Dump meets criteria top Superfund status

NASSAU–The federal government is stepping in and recognizing an environmental disaster that has impacted residents in this Rensselaer County village for decades and continues to threaten communities downstream along the Valatie Kill in Columbia County.

A 60-day public comment period began Thursday for residents to weigh in on the Dewey Loeffel toxic waste dump. Officials from the Environmental Protection Agency told a crowd of local residents Thursday that the EPA will add the site to the National Priorities List, which would make the closed dump and Nassau Lake, where chemicals from the dump have been found, a federal Superfund site. This would allow the EPA to put pressure on G.E., Schenectady Chemical and Bendix– the latter two firms now under different ownership– to fund further remediation.

Last year state Department of Environmental Conservation officials asked the EPA to place the site on the National Priorities List. EPA officials collected sediment samples from Nassau Lake in August, and Mel Hauptman of the EPA said Thursday that the site scored 50 points on the agency’s Hazardous Ranking System, well above the 28.5 points necessary for a site to qualify for inclusion on the list.

Residents’ had mixed reactions to the prospect of having federal government step in as lead agency on the cleanup project, which until now has been overseen by the state DEC. One person asked how much money the cleanup would cost them and if federal budget cuts affected funding for cleanup. Mr. Hauptman responded that the cleanup would be entirely funded by the firms responsible for dumping. “This project isn’t even in the federal budget,” he said.

Some residents voiced skepticism, questioning whether the EPA would take this project seriously, or if the agency would place a higher priority on toxic sites elsewhere.

But one resident praised the EPA for getting involved, reminding others where she said the blame should be placed. “It was one individual doing what he wanted with his land that caused all this,” she said.

In the 1960s Dewey Loeffel turned his 19-acre property into a disposal site for 55-gallon drums containing industrial hazardous wastes, including solvents, polychlorinated biphenyls (PCBs), scrap metals, sludge and solids. More than 46,000 tons of toxic chemicals were dumped into a lagoon, oil pit and drum burial ground. PCBs are suspected carcinogens, and are known to adversely affect the development of fetuses and children.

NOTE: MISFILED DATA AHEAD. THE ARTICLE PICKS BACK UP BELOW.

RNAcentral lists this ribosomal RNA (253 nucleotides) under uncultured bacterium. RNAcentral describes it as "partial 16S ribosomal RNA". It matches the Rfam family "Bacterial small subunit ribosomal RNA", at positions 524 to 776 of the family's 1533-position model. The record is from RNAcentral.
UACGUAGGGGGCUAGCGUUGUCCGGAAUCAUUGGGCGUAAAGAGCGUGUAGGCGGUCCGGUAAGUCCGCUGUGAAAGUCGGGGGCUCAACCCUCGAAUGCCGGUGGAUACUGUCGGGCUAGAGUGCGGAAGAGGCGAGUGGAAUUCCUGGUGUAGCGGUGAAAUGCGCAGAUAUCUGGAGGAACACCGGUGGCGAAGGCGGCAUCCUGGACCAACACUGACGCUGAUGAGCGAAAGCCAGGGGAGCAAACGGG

The toxins migrated from the dump to streams, contaminating fish in Nassau Lake and the upper Valatie Kill, which were closed in 1980 due to contamination. The EPA estimates 1.7 miles of wetlands near the dump have been contaminated.

In the 1970s, the local fire companies responded to fires set by arsonists at the dump and reported black sludge with thick ash and smoke filling the sky, polluting the environment. The DEC then built a fence around the dump site, quarantining it in terms of access from the outside, but that did not stop the dangerous materials from escaping, nor did earlier efforts aimed at confining the chemicals where they were dumped.

GE has taken responsibility for seven sites in New York, including this landfill, and has also funded the construction of a new $2-million dam at Nassau Lake.

The DEC obtains fish samples each year, gathering the fish in May or June to ensure consistent comparisons from year to year.

DEC biologist Michael Kane released the results last week of studies of fish samples taken from Nassau Lake and the upper Valatie Kill in 2009. He concluded that many species have not shown improvement in levels of PCBs present in their tissues.

“Most of these fish are way too high,” in terms of PCB levels, he said, adding that such high levels are “not protective of fish-eating wildlife.” And in terms of human consumption, Mr. Kane said, “There’s no reason the health department would say these fish are OK to eat.”

The state health advisories are very specific. It advises the public not to eat fish from Nassau Lake. The state also advises that people eat no fish from the Valatie Kill caught between Route 18 and Nassau Lake; between Nassau Lake and Kinderhook Lake women of childbearing age and children under 15 should eat no fish from the stream. Everyone else is advised to eat only one meal per week of American eel, bluegill or redbreast sunfish from the Valatie Kill.

Women and children should eat no fish from Kinderhook Lake, which is fed by the Valatie Kill. Men are advised to limit their fish consumption to one meal of American eel meal per week.

Assemblyman Tim Gordon (I-108th), whose district includes Nassau and northern Columbia County, issued a statement before the meeting last week, calling the EPA recommendation to add the Dewey Loeffel Landfill to the Superfund list “very welcome news that has been a long time coming.” He said that being on the list would bring “additional resources and assistance to prevent further contamination and ensure the safety of the surrounding community.”

For the full fish sample report, contact .

Residents may submit public comments about the Dewey dump at www.regulations.gov after entering docket code #EPA-HQ-SFUND-2010-0075.

Documents may be viewed at www.epa.gov/superfund/sites/npl/current.htm.

To contact Joseph T. Minissale email .

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